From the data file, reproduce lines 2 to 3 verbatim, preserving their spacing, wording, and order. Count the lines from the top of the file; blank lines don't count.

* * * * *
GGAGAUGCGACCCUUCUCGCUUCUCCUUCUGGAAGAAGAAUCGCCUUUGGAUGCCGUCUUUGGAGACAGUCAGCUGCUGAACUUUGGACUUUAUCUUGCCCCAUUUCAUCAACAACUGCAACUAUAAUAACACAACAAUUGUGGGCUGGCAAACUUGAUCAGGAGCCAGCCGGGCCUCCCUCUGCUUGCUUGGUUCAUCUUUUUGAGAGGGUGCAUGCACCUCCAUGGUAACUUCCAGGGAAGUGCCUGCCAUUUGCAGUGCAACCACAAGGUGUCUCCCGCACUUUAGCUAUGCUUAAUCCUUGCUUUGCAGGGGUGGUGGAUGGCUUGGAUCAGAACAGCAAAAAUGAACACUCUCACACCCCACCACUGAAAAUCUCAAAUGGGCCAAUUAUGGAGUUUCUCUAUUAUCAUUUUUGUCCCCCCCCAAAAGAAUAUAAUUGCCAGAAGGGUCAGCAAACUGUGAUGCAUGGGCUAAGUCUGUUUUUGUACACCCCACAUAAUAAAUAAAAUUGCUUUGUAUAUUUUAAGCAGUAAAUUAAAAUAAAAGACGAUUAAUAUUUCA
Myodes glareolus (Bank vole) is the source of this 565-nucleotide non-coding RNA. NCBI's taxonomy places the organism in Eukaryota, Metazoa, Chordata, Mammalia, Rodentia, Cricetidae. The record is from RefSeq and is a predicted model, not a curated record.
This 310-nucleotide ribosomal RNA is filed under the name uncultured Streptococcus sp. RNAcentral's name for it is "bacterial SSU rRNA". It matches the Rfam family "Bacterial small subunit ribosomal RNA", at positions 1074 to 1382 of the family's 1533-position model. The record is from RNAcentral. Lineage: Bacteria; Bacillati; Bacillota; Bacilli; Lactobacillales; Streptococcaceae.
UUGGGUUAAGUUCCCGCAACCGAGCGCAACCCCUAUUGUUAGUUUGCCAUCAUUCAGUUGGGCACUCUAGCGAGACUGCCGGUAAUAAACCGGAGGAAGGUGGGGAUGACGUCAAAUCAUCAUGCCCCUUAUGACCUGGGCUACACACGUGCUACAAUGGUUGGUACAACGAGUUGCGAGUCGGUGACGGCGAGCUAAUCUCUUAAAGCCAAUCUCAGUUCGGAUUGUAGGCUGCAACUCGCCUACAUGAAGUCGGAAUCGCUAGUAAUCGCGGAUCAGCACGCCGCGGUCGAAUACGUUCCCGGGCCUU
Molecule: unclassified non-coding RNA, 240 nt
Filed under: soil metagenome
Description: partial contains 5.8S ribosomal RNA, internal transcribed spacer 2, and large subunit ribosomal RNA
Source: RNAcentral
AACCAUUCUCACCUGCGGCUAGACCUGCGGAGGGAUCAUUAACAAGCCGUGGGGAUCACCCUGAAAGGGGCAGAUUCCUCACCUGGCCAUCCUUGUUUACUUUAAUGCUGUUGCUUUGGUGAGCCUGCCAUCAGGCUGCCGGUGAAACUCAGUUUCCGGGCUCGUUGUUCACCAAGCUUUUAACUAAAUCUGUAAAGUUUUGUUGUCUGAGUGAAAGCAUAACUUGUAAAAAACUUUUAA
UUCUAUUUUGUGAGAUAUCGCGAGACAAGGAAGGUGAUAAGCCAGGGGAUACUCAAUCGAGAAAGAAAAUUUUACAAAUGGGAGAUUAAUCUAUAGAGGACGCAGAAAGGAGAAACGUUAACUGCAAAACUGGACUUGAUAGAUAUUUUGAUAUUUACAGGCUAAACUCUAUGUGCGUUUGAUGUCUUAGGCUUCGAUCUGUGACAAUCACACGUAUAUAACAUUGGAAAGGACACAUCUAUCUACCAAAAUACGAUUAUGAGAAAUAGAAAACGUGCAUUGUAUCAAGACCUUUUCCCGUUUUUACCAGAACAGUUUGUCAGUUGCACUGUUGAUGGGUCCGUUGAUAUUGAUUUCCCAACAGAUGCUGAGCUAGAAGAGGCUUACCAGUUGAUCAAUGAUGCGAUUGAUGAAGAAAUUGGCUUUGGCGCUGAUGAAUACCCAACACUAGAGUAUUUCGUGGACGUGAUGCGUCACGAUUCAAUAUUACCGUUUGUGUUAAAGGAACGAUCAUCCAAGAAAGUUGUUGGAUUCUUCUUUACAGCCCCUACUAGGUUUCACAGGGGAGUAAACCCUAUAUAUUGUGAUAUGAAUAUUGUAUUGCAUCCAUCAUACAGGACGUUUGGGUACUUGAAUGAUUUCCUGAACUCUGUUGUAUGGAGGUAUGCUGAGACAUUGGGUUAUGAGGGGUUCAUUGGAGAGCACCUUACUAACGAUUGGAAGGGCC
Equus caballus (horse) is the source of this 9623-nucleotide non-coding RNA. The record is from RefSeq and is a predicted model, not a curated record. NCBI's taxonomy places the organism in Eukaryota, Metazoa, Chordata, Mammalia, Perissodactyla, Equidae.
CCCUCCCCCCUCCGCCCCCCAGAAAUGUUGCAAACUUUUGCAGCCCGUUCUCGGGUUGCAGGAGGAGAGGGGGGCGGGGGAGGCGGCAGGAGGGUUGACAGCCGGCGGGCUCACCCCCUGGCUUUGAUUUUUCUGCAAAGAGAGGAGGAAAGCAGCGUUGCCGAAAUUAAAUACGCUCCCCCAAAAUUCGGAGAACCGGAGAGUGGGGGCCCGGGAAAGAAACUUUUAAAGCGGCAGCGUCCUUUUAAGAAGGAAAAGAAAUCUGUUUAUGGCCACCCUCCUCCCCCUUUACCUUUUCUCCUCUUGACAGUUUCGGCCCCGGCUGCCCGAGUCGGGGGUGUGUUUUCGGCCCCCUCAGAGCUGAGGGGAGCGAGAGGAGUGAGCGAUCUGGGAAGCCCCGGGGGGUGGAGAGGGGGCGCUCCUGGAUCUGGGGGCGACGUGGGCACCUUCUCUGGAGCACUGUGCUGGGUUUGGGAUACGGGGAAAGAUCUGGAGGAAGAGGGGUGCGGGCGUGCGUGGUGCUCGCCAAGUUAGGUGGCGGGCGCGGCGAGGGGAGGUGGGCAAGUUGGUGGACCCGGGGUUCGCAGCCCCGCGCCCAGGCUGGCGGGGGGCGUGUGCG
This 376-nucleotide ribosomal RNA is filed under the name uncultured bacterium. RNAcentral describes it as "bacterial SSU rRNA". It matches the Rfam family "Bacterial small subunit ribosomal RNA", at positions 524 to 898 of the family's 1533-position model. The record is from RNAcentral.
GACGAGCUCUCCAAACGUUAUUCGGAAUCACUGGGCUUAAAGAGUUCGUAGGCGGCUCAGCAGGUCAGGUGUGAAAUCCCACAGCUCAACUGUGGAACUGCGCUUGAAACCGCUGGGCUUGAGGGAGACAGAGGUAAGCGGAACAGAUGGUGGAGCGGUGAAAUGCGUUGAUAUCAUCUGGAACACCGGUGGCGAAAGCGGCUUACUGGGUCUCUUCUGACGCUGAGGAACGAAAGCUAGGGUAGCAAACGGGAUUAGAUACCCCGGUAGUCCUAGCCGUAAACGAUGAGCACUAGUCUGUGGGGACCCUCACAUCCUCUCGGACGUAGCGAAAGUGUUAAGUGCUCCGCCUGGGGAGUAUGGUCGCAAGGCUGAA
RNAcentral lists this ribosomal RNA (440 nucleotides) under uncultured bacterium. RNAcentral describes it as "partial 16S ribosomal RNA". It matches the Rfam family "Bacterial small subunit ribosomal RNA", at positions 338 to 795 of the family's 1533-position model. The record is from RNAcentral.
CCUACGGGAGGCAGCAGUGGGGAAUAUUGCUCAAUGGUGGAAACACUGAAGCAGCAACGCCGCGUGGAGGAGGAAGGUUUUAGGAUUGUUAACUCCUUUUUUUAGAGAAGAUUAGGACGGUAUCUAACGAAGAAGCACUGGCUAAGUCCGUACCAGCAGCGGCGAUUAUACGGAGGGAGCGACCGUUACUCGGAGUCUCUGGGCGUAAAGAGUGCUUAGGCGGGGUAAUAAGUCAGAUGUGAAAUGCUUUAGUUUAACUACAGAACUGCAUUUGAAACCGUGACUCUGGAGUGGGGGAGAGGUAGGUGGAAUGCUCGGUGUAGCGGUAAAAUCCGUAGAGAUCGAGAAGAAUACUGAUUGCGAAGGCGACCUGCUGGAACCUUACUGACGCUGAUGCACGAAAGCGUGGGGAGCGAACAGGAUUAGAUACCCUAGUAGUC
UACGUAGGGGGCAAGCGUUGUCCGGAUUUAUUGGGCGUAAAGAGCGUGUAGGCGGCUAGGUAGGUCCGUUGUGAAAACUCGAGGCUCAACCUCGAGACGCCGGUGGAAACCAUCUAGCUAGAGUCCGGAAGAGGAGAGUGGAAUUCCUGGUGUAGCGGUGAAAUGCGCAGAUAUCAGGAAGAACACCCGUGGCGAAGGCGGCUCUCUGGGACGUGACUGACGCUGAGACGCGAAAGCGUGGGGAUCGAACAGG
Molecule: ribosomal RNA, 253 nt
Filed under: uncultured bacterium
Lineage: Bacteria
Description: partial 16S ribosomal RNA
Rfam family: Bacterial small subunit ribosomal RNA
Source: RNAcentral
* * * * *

Myodes glareolus (Bank vole) is the source of this 565-nucleotide non-coding RNA. NCBI's taxonomy places the organism in Eukaryota, Metazoa, Chordata, Mammalia, Rodentia, Cricetidae. The record is from RefSeq and is a predicted model, not a curated record.
This 310-nucleotide ribosomal RNA is filed under the name uncultured Streptococcus sp. RNAcentral's name for it is "bacterial SSU rRNA". It matches the Rfam family "Bacterial small subunit ribosomal RNA", at positions 1074 to 1382 of the family's 1533-position model. The record is from RNAcentral. Lineage: Bacteria; Bacillati; Bacillota; Bacilli; Lactobacillales; Streptococcaceae.